There are several relatively inexpensive adjuncts that enhance the outcomes of our cataract surgery, especially in complex cases, and more are coming. I will mention those in use in my practice and make a few comments on each.

I still dilate with topical drops, but some surgeons utilize a pledget wettened with phenylephrine, cyclopentolate or tropicamide and a topical anesthetic. I have for decades added methylparaben-free epinephrine 0.5 mL to the balanced salt solution bottle and while pass-through is available have utilized Omidria (Omeros), a combination of phenylephrine and ketorolac, to enhance and maintain pupillary dilation. Patient comfort during surgery is also enhanced by Omidria.

In most of my patients an IV is started and a small dose of midazolam and fentanyl given by the anesthetist, but in select cases I have used the MKO Melt (midazolam, ketamine and ondansetron, Imprimis) sublingual without an IV with good success. I routinely inject 0.2 mL to 0.3 mL of lidocaine and dilute preservative-free epinephrine (5:1) into the eye after paracentesis. I find this enhances and maintains dilation and increases comfort.

I like to coat the ocular surface with a dispersive ophthalmic viscosurgical device (OVD) or sterile Goniosol (hydroxypropyl methylcellulose), enhancing the surgeon view, protecting the ocular surface and eliminating the need for the assistant to wet the cornea. We nearly all use an OVD in the eye to protect cells, maintain space and, when needed, induce viscodilation. For small pupils and intraoperative floppy iris syndrome, a supracapsular phacoemulsification approach works well for me, dilating the pupil with the nucleus itself and keeping irrigation above the iris plane, thereby blowing it posterior. I use Viscoat (chondroitin sulfate, sodium hyaluronate, Alcon) to push the iris back and for viscodissection. I like iris hooks better than the Malyugin ring (MicroSurgical Technology), but I have used it and do use both when needed. I also find capsular support hooks helpful in loose zonule cases. I use capsular tension rings and, when needed, segments that are sutured to the sclera. In some cases, placement of two capsular tension rings or a capsular tension ring and a single sutured segment can resolve difficult challenges. Trypan blue capsular dye is helpful in brunescent and white cataracts and also improves the view of angle structures when implanting an iStent (Glaukos).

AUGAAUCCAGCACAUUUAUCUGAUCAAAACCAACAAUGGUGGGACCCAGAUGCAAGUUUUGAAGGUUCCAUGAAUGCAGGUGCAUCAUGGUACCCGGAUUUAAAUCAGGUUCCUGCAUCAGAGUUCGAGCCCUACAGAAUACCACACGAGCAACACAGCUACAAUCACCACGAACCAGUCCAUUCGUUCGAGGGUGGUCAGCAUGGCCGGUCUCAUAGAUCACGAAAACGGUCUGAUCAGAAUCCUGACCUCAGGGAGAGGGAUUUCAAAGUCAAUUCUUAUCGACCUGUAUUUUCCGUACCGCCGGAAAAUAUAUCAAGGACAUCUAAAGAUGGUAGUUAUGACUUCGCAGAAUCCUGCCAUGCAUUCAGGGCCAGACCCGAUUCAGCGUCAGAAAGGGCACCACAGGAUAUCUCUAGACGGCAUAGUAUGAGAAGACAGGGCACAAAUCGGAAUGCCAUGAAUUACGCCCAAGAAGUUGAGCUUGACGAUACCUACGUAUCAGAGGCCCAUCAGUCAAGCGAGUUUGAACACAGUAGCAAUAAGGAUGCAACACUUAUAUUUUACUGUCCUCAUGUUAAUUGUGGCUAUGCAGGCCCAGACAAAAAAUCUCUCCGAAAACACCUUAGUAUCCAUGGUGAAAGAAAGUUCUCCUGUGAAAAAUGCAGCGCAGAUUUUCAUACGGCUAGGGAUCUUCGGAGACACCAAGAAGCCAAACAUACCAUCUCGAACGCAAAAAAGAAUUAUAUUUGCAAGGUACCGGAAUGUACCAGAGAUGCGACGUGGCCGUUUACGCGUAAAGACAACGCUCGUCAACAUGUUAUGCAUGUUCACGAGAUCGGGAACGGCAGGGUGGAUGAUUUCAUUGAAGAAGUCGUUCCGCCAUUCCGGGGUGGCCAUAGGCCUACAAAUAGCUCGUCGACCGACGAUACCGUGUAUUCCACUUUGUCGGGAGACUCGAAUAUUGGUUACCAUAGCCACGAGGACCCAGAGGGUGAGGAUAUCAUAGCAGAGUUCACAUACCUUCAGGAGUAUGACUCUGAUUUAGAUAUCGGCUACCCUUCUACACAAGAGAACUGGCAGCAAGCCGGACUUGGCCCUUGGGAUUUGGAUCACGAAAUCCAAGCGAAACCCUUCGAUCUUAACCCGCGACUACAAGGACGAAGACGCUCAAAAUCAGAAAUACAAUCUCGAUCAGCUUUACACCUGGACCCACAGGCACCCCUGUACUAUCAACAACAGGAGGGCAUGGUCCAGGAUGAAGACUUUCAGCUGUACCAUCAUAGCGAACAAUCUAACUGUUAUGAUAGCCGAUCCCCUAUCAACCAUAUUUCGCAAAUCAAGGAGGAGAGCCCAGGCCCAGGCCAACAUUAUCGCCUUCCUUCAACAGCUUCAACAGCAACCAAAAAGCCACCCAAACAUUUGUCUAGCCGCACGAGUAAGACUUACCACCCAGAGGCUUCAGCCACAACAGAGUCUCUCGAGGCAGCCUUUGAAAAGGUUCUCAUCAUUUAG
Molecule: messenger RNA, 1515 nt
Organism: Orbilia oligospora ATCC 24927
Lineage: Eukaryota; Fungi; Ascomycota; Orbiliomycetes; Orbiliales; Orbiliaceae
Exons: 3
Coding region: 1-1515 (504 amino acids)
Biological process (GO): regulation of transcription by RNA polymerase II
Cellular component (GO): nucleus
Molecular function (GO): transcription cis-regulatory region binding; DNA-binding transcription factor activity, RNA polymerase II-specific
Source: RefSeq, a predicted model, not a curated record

I like the Mynosys Zepto but prefer a larger capsulorrhexis than is currently available with Zepto, as I primarily do supracapsular phacoemulsification. I will use Zepto more when a larger capsulorrhexis size becomes available. I also like the Iantech miLOOP for nuclear disassembly in dense cataracts. I have used CAPSULaser (Excellens) in animal eyes, and it works well to create a round, strong, centered capsulorrhexis of any size in about a second. I look forward to it being available in the United States.

I did thousands of extracapsular cataract extraction (ECCE) procedures in the past, using an irrigating vectis for nuclear removal. The so-called manual small-incision cataract surgery (MSICS) is an ECCE with an advanced incision design that can be sutureless. I still do some ECCE procedures on very dense lenses and do an incision as taught by the MSICS experts, but in my practice in the U.S., I always place at least one 10-0 Vicryl or nylon suture. While on the topic of sutures, I have found 10-0 Mersilene (polyester) to be nonbiodegradable and permanent, and use it in preference over polypropylene and Gore-Tex when suturing IOL haptics or capsular support devices.

Postoperatively, I use an intracameral injection of moxifloxacin, dexamethasone and ketorolac. I then use only an NSAID for 4 to 6 weeks topically, which can be one drop a day.

While each of these adjuncts requires some additional expense, they are readily available to any surgeon, and the learning curves for surgeon and staff are short. Fortunately, more are on the way, and the ones we have are being continuously improved by innovative surgeons and their industry colleagues.

Disclosure: Lindstrom reports he consults for Alcon, Bausch + Lomb, Zeiss, Johnson & Johnson, Mynosys, Iantech, MST, Omeros and Imprimis.